August and September is the official season for chiles en nogada, and here I am writing this in October. I think they are delicious year round, plus I am a gringa so forgive me. I just spent the month of September in Guanajuato and ate this delicacy at least once a week. Everyone makes it differently! My favorite version was served at La Doña Restaurant in San Miguel de Allende, and was made from an almost paté-like meat filling, with thick velvety walnut sauce on top. I prefer my chile en nogada served warm, although some serve them cold or room temperature. Everyone agrees they should have pomegranates and parsley sprinkled on top, to represent the Mexican flag and Mexican independence (Sept 16).
I looked into a bit of the history of the dish, and it is originated from the city of Puebla, same as my other favorite dish Mole. The dish was made popular in the eighteenth century when townspeople held a grand feast to celebrate the country's independence and to honor Agustin de Iturbide. He had just signed the Treaty of Cordoba declaring Mexico's independence from Spain, and the locals made him a dish from in-season local ingredients, pomegranates and walnuts. It has become a patriotic dish from that day forward.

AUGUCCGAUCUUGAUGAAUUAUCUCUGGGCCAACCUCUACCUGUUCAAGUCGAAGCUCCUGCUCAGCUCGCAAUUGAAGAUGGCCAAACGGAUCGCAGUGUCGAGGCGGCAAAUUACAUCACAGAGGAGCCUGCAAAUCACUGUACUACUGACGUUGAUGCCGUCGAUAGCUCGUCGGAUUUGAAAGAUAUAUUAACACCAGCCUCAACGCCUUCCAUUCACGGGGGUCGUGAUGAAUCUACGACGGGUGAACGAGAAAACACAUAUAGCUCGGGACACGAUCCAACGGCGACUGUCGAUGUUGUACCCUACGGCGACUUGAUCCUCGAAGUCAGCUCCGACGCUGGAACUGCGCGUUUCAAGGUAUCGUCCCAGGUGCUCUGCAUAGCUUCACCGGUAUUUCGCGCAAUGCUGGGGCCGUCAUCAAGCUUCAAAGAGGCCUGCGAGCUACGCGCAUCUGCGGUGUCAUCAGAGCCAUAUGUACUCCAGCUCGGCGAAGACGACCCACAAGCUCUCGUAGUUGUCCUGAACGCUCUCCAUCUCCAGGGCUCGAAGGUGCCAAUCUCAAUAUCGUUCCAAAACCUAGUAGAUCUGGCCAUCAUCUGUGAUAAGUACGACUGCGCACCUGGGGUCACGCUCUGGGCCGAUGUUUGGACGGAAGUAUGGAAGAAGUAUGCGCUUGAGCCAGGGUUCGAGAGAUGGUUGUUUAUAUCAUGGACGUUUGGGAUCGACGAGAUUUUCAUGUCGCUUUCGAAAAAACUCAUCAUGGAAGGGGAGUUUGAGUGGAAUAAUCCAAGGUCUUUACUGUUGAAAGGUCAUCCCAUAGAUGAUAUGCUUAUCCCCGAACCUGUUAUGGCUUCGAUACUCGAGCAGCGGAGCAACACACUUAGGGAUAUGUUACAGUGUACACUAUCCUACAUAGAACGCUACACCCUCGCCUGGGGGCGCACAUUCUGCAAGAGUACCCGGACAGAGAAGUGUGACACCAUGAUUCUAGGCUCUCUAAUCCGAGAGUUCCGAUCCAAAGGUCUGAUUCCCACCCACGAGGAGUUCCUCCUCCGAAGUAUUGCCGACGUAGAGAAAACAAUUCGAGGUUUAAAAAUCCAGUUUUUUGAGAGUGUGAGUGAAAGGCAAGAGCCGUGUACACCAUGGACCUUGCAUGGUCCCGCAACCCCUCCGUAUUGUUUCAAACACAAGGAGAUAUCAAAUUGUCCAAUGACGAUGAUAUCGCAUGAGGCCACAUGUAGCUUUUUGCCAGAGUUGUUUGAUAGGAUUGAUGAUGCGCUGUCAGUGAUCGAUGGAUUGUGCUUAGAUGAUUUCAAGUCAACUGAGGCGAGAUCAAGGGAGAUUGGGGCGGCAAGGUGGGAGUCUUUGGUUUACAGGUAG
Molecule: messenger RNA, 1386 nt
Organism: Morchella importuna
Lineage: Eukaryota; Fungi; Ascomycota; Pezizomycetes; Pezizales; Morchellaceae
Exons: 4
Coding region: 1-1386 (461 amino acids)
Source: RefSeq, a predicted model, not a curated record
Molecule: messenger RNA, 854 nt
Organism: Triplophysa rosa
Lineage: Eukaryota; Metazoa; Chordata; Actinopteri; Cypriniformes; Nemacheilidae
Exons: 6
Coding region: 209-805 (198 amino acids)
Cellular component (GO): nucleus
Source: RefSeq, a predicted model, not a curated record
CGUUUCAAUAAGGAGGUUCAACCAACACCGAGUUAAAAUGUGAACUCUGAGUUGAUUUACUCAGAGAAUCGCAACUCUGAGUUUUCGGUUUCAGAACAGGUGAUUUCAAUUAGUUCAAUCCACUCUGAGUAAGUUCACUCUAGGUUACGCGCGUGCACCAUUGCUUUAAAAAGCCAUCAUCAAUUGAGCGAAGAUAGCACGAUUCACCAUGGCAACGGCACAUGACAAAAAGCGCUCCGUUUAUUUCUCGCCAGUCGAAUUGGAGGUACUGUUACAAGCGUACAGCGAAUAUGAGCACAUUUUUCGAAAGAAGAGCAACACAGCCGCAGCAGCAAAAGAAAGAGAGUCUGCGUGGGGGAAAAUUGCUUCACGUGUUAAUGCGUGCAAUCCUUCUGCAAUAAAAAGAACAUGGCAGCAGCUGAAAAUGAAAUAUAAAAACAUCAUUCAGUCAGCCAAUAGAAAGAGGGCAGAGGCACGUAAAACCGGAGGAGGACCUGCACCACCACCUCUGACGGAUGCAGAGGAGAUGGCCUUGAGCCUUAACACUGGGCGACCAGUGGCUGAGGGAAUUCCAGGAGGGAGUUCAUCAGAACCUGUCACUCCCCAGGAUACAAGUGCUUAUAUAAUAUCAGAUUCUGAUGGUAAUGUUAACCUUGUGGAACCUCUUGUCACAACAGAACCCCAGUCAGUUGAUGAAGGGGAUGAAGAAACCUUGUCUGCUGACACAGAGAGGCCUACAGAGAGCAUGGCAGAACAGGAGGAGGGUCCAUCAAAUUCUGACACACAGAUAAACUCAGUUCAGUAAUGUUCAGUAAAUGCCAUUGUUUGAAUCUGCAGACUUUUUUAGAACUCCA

I haven't ever tried to make chiles en nogada myself, but I wanted to share some recipes I found online in case you want to give it a go. I highly recommend tasting them at least once, and you may end up an addict like me, ordering chiles en nogada every time it's on the menu.
Rick Bayless Chiles en Nogada recipe
Mexican Food Journal Chiles en Nogada recipe